Food banks proving lifeline
by Tom Mack
Nearly 50 food banks will be up and running by the end of June – double the number that were open a year ago.
The Fareshare project now has 35 food banks around the county, compared with 22 this time last year.
By the end of June, that number will have risen to 48.
Fareshare, an international movement, receives food from shops and factories and gives it to churches, charities and community groups to distribute to the poor.
Organisers said the increase in banks was needed as the free food was becoming a lifeline for people affected by the slow job market and changes to benefits.
Simone Connolly, Fareshare's project manager for Leicestershire, said: "The increase is largely in relation to problems with the economy and what we're seeing is local authorities and community groups preparing for the welfare reforms.
"The bedroom tax means a lot of people will be £30 to £40 a week worse off and that's pretty drastic – that's their money for food."
She said food banks were popular with cash-strapped councils which wanted to find solutions to poverty that did not cost much.
Last month, a bank was set up on the Gilmorton estate with a £500 grant from Leicester City Council.
Simone said: "The increase in demand also means we're getting new applications all the time and more food is required.
"We have to work hard to sustain the service we provide and we're reliant on the food industry – the manufacturers and retailers which give us food."
Cassie Harris, 22, who uses the food bank on the Gilmorton estate, said rising prices and unemployment had had a double impact on her family.
She said: "My partner was made redundant and now he's on a low wage so we're getting housing and council tax benefits.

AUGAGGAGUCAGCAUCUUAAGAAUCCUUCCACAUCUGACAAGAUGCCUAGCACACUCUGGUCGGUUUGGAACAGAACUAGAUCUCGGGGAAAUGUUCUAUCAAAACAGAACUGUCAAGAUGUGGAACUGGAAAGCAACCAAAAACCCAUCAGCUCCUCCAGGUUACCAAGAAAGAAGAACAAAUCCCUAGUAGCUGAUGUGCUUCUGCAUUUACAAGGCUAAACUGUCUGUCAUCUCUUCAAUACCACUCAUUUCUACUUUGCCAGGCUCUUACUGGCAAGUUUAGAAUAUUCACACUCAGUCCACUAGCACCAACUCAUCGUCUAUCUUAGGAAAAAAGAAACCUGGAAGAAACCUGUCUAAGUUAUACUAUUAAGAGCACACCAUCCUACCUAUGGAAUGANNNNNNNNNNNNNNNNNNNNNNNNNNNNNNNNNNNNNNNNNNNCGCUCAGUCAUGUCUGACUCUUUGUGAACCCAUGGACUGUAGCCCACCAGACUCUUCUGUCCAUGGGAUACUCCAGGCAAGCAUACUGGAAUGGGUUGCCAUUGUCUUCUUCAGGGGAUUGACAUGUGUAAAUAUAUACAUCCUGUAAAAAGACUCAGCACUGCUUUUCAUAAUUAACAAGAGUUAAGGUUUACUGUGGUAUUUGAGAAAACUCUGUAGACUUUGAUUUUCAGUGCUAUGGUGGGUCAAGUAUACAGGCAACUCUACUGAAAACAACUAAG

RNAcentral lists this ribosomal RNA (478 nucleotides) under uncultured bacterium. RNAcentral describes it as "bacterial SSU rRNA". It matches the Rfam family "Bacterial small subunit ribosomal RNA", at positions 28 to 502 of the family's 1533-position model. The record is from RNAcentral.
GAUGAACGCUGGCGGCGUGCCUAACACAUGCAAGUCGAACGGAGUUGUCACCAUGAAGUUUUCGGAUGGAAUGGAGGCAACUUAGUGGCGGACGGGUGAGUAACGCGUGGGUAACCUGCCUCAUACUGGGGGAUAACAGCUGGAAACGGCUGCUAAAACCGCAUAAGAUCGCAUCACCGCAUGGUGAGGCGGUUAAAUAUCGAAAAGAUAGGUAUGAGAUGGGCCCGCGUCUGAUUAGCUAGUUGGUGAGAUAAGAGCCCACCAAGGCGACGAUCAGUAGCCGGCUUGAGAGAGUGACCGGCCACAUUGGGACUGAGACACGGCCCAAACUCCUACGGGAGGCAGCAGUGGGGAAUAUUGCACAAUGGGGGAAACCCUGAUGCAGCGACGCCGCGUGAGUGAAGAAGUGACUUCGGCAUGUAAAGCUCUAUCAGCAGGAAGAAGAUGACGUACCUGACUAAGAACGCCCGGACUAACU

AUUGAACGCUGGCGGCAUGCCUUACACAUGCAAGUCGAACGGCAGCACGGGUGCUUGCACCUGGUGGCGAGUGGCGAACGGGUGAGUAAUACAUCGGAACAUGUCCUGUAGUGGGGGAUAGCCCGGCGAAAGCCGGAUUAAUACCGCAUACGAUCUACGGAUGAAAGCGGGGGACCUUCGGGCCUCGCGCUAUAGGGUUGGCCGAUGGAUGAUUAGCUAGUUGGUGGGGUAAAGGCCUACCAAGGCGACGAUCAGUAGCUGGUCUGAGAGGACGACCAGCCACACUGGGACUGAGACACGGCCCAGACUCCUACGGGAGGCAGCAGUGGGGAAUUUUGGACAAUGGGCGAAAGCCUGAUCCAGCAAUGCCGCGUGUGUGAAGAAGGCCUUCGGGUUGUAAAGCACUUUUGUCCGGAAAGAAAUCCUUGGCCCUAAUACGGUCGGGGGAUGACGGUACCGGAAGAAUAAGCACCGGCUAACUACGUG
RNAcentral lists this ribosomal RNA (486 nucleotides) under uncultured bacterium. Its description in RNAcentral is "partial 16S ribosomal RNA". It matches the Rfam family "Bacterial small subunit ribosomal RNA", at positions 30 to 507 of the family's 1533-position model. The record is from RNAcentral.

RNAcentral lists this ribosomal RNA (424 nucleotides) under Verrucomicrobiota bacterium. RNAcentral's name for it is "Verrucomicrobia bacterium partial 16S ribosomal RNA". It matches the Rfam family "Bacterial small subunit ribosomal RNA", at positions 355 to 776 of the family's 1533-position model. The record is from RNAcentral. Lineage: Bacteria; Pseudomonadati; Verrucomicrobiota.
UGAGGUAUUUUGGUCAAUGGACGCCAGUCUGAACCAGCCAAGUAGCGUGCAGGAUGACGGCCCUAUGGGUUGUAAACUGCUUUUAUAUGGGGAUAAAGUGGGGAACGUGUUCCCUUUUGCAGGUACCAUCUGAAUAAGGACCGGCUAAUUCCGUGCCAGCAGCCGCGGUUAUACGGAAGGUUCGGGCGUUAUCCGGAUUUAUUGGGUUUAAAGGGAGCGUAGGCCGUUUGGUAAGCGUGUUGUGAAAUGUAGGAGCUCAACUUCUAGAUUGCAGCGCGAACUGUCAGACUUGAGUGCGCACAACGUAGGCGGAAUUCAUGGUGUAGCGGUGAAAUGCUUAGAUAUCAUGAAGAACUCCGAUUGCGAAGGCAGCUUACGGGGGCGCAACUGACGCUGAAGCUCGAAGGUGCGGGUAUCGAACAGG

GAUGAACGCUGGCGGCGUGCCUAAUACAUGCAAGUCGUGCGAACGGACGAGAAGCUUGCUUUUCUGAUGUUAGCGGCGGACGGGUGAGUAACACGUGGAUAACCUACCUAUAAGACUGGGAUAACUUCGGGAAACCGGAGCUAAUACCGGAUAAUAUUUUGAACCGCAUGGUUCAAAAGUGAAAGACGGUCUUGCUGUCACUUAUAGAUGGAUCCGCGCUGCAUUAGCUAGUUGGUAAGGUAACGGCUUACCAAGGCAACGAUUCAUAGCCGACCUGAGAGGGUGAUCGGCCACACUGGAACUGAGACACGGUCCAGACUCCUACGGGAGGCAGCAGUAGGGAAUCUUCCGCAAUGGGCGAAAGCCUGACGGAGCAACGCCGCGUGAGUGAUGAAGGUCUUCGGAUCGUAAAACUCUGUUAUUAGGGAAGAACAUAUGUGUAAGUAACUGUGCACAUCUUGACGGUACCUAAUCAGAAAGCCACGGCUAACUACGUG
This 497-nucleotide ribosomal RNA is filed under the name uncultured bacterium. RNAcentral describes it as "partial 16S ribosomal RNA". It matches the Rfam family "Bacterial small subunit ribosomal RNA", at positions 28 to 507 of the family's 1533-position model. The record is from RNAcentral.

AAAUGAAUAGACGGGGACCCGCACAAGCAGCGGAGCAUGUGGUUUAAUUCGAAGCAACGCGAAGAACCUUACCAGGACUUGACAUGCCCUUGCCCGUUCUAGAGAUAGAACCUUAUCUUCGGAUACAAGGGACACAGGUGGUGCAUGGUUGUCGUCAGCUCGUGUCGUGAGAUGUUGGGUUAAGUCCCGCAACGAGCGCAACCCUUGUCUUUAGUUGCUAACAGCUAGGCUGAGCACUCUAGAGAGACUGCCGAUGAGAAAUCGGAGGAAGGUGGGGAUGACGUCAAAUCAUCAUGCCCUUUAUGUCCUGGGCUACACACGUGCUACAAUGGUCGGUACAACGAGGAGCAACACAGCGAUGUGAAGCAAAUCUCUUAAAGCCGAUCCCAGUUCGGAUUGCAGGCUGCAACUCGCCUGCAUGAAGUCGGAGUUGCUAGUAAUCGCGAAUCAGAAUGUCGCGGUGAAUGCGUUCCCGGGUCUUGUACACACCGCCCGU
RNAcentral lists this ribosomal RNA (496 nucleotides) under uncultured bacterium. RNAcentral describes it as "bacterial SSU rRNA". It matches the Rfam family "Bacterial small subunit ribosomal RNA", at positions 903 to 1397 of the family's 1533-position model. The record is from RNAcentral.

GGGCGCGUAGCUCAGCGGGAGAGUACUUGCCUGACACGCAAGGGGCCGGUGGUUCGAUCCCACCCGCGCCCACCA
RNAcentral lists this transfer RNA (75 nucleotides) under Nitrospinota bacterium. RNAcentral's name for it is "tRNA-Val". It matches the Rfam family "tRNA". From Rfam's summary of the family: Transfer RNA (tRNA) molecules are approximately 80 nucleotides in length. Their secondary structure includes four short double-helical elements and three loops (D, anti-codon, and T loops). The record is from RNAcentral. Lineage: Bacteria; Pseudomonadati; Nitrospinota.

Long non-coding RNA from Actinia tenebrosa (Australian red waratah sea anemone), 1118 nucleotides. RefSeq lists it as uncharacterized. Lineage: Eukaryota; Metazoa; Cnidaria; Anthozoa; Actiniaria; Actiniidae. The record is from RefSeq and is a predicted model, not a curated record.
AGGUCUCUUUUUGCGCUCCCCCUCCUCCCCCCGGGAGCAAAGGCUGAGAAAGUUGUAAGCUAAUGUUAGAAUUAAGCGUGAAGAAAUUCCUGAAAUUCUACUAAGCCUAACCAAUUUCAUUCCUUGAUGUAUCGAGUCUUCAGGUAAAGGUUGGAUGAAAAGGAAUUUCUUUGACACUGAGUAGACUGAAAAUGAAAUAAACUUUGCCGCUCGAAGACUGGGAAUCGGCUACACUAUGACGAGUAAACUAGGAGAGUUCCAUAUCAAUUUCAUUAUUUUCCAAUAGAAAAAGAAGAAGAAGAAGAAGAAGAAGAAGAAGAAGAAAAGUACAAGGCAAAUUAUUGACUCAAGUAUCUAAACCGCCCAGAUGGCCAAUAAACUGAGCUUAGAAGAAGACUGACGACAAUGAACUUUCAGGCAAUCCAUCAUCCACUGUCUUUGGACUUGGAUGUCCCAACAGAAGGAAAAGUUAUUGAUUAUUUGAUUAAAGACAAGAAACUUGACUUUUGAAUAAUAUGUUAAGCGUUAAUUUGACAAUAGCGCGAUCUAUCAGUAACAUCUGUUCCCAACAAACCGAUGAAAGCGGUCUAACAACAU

"I used to be able to afford to shop in Morrisons, but with prices going up I can't any more.
"It's Iceland or the market now.
"I think things are going to keep getting worse until there are more jobs."
At the Carpenters Arms rehabilitation centre, in Loughborough, director Judith Spence has been working with groups such as Fareshare to feed the poor for about five years.
She said: "Since Christmas, we've seen a 20 per cent increase in the number of people and we now give out more than 600 food packs a week – that's 150 individuals and 100 families.
"I think we're going to see more these next few months because people are worrying about their benefits."
Leicestershire AIDS Support Services also runs a Fareshare food bank and has seen a 33 per cent increase in the amount it gives out in the past year. Chief executive Jenny Hand said: "More people are needing Fareshare food and the numbers have risen from about 30 to 40 a week here.
"We help members of our client group because food and a good diet are very important for people whose lives are affected by HIV.
"We're bracing ourselves for more people after the welfare changes take effect, especially with some people having to go four or five weeks between their benefits payments.
"Fareshare is a lifesaver for many people."